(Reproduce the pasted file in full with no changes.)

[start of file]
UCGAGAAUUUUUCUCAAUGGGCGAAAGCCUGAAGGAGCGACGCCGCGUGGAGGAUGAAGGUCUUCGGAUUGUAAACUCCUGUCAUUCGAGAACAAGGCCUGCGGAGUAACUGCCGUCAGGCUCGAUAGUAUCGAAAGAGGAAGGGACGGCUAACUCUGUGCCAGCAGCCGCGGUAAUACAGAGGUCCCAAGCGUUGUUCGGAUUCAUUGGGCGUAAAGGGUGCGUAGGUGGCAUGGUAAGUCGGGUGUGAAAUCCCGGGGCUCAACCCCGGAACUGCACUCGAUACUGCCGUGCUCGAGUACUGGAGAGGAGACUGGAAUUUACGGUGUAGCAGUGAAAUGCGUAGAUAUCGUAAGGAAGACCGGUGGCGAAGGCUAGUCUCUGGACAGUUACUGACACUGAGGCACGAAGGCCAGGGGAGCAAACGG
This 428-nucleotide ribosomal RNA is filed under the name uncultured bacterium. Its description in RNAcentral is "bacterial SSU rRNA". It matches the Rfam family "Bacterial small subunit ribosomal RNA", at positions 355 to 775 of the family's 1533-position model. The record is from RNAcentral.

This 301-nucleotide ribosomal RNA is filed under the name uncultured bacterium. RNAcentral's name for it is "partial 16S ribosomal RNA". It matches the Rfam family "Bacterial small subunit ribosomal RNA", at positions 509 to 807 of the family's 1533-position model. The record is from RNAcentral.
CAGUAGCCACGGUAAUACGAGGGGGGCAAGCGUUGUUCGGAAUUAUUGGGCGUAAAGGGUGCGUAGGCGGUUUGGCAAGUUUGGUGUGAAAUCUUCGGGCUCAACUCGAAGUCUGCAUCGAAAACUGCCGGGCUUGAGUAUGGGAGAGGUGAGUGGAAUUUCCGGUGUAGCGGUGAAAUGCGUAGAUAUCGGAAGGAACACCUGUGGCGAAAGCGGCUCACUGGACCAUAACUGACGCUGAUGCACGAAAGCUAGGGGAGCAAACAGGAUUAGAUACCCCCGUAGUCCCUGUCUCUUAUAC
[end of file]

UCGAGAAUUUUUCUCAAUGGGCGAAAGCCUGAAGGAGCGACGCCGCGUGGAGGAUGAAGGUCUUCGGAUUGUAAACUCCUGUCAUUCGAGAACAAGGCCUGCGGAGUAACUGCCGUCAGGCUCGAUAGUAUCGAAAGAGGAAGGGACGGCUAACUCUGUGCCAGCAGCCGCGGUAAUACAGAGGUCCCAAGCGUUGUUCGGAUUCAUUGGGCGUAAAGGGUGCGUAGGUGGCAUGGUAAGUCGGGUGUGAAAUCCCGGGGCUCAACCCCGGAACUGCACUCGAUACUGCCGUGCUCGAGUACUGGAGAGGAGACUGGAAUUUACGGUGUAGCAGUGAAAUGCGUAGAUAUCGUAAGGAAGACCGGUGGCGAAGGCUAGUCUCUGGACAGUUACUGACACUGAGGCACGAAGGCCAGGGGAGCAAACGG
This 428-nucleotide ribosomal RNA is filed under the name uncultured bacterium. Its description in RNAcentral is "bacterial SSU rRNA". It matches the Rfam family "Bacterial small subunit ribosomal RNA", at positions 355 to 775 of the family's 1533-position model. The record is from RNAcentral.

This 301-nucleotide ribosomal RNA is filed under the name uncultured bacterium. RNAcentral's name for it is "partial 16S ribosomal RNA". It matches the Rfam family "Bacterial small subunit ribosomal RNA", at positions 509 to 807 of the family's 1533-position model. The record is from RNAcentral.
CAGUAGCCACGGUAAUACGAGGGGGGCAAGCGUUGUUCGGAAUUAUUGGGCGUAAAGGGUGCGUAGGCGGUUUGGCAAGUUUGGUGUGAAAUCUUCGGGCUCAACUCGAAGUCUGCAUCGAAAACUGCCGGGCUUGAGUAUGGGAGAGGUGAGUGGAAUUUCCGGUGUAGCGGUGAAAUGCGUAGAUAUCGGAAGGAACACCUGUGGCGAAAGCGGCUCACUGGACCAUAACUGACGCUGAUGCACGAAAGCUAGGGGAGCAAACAGGAUUAGAUACCCCCGUAGUCCCUGUCUCUUAUAC